Dynamic tension can be a good thing. There are plenty of examples of when this is so, but online publishing isn't one of them. Publishing's plunging transaction costs and its increasingly desperate attempts to shore up some sort of sustainable revenue model are creating a tug-of-war that's threatening to tear apart the one person this whole sorry mess is revolving around: the reader. Somebody had better get their act together soon, because I'm one reader that's getting sick of it.
Google just released its "Year In Search" review that looks at the most popular keyword queries for 2014. As always, the top charts provide good insight into what captured our hearts and minds this past year. Beyond just commentary on the state of our society, these trends can be instructive to search marketers the world over.
Forrester Research analyst Shar VanBoskirk has pegged 2019 as the year when digital ad spend will surpass TV, topping the $100 billion mark. This is momentous in a number of ways, but not really surprising. If you throw all digital marketing in a single bucket, it was a question of when, not if, it would finally surpass TV. What is more surprising to me is how resilient TV has proven to be as an advertising medium. After all, we're only a little more than a decade away from the 100th anniversary of broadcast TV (which started in 1928). TV has ...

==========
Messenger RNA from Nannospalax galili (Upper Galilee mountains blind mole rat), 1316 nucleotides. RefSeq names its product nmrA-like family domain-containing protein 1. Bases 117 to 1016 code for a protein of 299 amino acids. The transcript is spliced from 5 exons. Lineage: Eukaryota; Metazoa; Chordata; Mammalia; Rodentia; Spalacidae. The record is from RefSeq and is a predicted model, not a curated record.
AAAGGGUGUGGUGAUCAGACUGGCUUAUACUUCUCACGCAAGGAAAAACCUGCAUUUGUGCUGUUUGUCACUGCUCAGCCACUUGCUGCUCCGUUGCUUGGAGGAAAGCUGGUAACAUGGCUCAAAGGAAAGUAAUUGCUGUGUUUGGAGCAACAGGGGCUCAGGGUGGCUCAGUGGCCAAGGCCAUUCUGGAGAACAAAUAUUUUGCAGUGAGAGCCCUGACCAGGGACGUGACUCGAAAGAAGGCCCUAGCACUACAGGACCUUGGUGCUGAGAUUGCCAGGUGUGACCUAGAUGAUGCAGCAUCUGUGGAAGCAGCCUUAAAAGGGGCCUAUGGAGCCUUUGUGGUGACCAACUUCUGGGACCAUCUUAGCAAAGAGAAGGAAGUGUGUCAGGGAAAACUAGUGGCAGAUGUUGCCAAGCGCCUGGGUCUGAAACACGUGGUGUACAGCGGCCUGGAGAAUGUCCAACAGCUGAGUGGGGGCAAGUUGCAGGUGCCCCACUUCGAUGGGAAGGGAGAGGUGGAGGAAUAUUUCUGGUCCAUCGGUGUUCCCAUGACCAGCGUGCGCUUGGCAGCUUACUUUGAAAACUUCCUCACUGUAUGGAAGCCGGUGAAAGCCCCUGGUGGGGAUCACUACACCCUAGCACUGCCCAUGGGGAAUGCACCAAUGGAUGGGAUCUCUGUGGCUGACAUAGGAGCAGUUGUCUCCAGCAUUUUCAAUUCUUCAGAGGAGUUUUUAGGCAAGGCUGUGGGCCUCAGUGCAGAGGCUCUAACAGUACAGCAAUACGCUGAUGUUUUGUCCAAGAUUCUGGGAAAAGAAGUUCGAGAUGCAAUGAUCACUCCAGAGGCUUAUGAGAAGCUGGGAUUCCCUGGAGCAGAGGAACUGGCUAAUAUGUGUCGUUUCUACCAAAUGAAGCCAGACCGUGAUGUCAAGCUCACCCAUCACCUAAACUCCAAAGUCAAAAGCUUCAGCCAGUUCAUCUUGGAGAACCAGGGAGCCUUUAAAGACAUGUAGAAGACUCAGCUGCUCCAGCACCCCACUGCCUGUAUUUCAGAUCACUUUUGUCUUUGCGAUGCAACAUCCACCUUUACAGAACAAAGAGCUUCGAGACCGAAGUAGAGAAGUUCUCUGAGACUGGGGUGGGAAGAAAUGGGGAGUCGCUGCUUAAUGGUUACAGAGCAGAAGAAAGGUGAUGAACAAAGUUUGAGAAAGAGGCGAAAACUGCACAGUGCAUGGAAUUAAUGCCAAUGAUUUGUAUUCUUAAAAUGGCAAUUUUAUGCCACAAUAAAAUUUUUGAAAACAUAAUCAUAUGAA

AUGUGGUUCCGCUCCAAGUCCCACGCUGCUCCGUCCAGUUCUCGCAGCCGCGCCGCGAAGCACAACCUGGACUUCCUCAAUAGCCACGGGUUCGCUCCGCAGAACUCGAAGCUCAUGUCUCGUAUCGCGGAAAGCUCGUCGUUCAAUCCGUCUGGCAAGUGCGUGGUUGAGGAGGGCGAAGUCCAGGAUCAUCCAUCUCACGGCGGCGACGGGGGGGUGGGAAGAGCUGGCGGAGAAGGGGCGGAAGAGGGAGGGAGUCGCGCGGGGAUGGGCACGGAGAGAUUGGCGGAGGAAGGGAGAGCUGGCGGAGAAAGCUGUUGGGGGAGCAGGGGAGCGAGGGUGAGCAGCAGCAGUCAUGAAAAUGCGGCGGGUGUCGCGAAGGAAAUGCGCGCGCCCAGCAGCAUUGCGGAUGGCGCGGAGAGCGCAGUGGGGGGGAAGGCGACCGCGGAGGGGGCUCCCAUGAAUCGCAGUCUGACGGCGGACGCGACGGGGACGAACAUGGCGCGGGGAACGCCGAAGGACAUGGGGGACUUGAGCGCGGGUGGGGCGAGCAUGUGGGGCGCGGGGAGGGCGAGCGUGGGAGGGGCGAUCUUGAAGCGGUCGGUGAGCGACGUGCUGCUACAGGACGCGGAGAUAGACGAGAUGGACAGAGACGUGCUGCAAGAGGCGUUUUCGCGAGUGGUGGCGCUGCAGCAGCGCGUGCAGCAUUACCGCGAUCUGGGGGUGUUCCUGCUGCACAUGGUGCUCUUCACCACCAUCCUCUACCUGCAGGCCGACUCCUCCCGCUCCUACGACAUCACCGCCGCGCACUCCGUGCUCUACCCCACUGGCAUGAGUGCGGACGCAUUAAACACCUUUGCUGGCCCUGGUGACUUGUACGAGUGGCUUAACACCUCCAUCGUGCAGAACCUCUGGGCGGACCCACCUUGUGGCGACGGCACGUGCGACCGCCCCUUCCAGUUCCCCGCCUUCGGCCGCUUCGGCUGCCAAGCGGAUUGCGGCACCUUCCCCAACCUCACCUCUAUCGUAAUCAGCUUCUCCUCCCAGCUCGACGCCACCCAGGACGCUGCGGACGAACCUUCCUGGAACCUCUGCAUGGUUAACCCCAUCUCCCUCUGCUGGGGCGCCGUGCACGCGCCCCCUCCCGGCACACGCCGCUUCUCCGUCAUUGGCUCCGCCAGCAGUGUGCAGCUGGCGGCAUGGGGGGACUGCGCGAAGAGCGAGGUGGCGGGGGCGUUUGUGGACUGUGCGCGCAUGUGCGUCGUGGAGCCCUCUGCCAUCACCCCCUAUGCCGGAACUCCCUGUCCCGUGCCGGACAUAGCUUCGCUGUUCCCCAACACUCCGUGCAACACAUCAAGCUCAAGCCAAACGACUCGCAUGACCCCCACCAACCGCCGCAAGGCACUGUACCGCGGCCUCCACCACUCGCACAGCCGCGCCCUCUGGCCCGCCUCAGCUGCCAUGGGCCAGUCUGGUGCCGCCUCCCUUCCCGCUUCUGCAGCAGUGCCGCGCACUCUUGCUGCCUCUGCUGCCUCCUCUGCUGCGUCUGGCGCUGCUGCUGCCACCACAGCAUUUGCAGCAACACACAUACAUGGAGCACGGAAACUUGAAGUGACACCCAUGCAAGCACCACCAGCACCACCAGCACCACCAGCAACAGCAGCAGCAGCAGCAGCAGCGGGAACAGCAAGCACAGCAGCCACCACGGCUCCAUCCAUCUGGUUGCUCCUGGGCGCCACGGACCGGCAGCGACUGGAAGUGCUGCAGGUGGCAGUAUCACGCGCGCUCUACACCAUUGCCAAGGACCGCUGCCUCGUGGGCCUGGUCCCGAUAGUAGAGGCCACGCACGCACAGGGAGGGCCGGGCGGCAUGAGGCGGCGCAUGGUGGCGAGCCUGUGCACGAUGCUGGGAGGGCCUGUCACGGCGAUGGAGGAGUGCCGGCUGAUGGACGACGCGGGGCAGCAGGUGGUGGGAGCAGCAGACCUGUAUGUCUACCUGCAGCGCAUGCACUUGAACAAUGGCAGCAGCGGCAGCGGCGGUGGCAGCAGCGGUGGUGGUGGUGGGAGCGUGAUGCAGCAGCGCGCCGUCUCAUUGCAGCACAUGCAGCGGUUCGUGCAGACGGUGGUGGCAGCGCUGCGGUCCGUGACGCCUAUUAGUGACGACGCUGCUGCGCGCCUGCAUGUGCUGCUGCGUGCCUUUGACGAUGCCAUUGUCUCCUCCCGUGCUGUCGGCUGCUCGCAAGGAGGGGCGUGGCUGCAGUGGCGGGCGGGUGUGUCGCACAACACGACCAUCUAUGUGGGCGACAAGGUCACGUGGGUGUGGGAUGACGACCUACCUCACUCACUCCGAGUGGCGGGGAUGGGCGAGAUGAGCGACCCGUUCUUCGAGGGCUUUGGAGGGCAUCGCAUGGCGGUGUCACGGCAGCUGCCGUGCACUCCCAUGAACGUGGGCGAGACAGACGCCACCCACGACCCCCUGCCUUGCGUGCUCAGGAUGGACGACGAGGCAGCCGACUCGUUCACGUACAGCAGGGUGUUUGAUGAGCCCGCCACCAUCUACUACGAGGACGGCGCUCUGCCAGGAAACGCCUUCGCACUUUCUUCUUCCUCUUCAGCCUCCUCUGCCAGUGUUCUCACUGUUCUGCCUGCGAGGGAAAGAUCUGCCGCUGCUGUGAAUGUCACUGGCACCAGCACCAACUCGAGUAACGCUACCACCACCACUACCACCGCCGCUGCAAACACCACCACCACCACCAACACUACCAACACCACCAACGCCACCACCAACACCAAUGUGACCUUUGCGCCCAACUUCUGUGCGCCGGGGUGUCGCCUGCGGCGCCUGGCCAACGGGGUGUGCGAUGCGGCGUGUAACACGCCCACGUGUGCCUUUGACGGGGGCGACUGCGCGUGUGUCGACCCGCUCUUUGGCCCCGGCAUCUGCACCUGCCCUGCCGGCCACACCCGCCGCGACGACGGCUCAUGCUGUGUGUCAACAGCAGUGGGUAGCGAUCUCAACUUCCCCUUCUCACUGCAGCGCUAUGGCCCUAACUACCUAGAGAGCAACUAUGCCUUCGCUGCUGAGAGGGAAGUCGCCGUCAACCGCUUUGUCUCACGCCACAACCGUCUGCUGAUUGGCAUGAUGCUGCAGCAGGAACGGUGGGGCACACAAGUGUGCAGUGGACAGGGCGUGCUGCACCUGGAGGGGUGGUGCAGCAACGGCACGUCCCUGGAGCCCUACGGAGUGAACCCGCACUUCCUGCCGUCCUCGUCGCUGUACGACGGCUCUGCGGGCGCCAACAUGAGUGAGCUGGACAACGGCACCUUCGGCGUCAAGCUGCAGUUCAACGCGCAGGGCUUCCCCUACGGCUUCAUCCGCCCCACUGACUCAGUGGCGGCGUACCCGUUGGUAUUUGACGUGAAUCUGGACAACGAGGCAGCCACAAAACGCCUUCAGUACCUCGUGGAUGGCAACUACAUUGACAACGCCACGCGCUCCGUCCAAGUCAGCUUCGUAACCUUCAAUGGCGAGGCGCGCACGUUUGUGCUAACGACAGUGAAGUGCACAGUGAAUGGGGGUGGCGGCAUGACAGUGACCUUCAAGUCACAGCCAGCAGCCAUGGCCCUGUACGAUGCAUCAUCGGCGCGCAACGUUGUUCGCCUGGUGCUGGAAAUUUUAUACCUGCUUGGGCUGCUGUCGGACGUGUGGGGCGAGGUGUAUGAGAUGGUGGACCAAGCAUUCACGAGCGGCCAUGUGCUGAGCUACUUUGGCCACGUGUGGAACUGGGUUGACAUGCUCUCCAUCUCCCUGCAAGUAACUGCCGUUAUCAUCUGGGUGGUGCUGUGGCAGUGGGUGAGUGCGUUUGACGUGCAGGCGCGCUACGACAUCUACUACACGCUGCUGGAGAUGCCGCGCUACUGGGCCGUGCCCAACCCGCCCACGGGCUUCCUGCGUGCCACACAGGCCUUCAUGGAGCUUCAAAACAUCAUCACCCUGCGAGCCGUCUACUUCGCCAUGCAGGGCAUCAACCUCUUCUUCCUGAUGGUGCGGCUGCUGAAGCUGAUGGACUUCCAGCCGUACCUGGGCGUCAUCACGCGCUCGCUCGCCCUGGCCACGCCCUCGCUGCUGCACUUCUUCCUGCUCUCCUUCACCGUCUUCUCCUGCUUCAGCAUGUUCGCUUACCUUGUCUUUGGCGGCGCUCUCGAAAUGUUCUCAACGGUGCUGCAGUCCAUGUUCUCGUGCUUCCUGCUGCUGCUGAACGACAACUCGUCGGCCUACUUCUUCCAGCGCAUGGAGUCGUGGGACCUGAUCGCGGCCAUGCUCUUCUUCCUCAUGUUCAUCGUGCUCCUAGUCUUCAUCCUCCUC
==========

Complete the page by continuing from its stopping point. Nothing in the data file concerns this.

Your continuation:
You should use SEO best practices when building your mobile apps, to increase visibility and generate downloads before your brand is left behind in the dust and your competitors are consuming your market share.
So with the launching of Facebook at Work, Facebook wants to become your professional networking platform of choice, does it? Well, speaking as a sample of one, I don't think so. And it all comes down to one key reason that I've talked about in the past that, for some reason, Facebook doesn't seem to get: social modality.
There is a school of thought in the SEM world that believes the cure for all evils is simple: Do more! More keywords, more ad text, more landing pages, more targeting! Sometimes doing "more" is necessary and valuable; often, however, the result is "diworsification," where "a business that diversifies too widely, risks destroying their original business, because management time, energy and resources are diverted from the original investment."